Compassion comes into place too. It takes listening to your coworkers and taking their concerns into consideration.

According to Businessolver’s 2017 Workplace Empathy Monitor report, empathy has a direct impact on employee productivity, loyalty, and engagement. Here are some particularly striking data points from the report:

77% of workers would be willing to work more hours for a more empathetic workplace; meanwhile, 60% would actually accept a slashed salary for the same.

92% of HR professionals note that a compassionate workplace is a major factor for employee retention.

80% of millennial noted that they would leave their current job if their office became less empathetic. 66% of Baby Boomers also shared this sentiment.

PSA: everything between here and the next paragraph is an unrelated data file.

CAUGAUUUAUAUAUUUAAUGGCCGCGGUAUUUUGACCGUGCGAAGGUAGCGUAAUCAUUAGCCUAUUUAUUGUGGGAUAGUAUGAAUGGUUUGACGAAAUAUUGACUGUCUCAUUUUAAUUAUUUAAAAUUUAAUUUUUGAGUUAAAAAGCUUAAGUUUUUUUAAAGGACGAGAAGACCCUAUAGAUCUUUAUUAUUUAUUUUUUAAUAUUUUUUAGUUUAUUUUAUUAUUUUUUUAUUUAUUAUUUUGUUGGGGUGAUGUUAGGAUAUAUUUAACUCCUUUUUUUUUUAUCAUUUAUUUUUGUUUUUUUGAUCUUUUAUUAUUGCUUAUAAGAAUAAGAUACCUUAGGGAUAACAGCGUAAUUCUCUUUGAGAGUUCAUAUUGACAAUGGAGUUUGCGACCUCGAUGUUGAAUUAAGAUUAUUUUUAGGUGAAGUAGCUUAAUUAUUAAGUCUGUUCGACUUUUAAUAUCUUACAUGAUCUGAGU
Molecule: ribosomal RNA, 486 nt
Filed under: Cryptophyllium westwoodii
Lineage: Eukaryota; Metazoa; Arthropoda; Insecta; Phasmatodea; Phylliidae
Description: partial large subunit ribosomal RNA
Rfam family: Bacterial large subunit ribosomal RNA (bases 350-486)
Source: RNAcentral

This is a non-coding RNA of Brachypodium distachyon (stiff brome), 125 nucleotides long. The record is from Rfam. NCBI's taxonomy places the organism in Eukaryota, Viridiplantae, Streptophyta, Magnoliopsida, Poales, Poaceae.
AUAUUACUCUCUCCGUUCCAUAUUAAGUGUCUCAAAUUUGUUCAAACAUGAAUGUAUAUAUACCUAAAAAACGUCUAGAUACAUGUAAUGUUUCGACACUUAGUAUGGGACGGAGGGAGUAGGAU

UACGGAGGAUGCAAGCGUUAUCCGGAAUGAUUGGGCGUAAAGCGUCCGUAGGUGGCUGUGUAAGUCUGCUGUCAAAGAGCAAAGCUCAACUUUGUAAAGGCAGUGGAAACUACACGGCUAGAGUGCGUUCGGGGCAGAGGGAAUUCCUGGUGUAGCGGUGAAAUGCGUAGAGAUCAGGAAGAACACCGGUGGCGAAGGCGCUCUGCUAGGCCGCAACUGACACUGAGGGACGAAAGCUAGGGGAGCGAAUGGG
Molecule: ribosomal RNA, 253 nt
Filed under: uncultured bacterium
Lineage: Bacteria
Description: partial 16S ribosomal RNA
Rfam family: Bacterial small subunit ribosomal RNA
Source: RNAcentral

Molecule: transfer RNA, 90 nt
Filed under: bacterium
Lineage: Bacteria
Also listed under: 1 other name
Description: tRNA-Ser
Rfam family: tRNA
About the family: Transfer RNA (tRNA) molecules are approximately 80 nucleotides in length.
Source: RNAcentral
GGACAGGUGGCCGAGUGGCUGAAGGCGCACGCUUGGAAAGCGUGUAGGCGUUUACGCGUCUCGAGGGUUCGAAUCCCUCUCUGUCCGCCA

Being empathetic in the workplace provides meaningful, concrete returns.

Good connection with coworkers helps sustain thriving working organization that’s built for the long term.

The ability to put you in another person’s shoes, to see and feel from another person’s perspective is a sign of a powerful empathy.

It also an essential component of emotional intelligence, one that fuels the connection between you and others.

Empathy can also prove dangerous if taken too far though it can vastly improve the quality of your relationships.

For individuals demonstrating an abnormal degree of empathy; however, they often lack the ability to regulate that empathy and it leads to unhealthy habits and relationships.

The Pew Research Center analyzed a series of studies and found that in certain cases, the use of social media led to higher levels of stress.

Essentially, users become more aware of the struggles of persons in their network.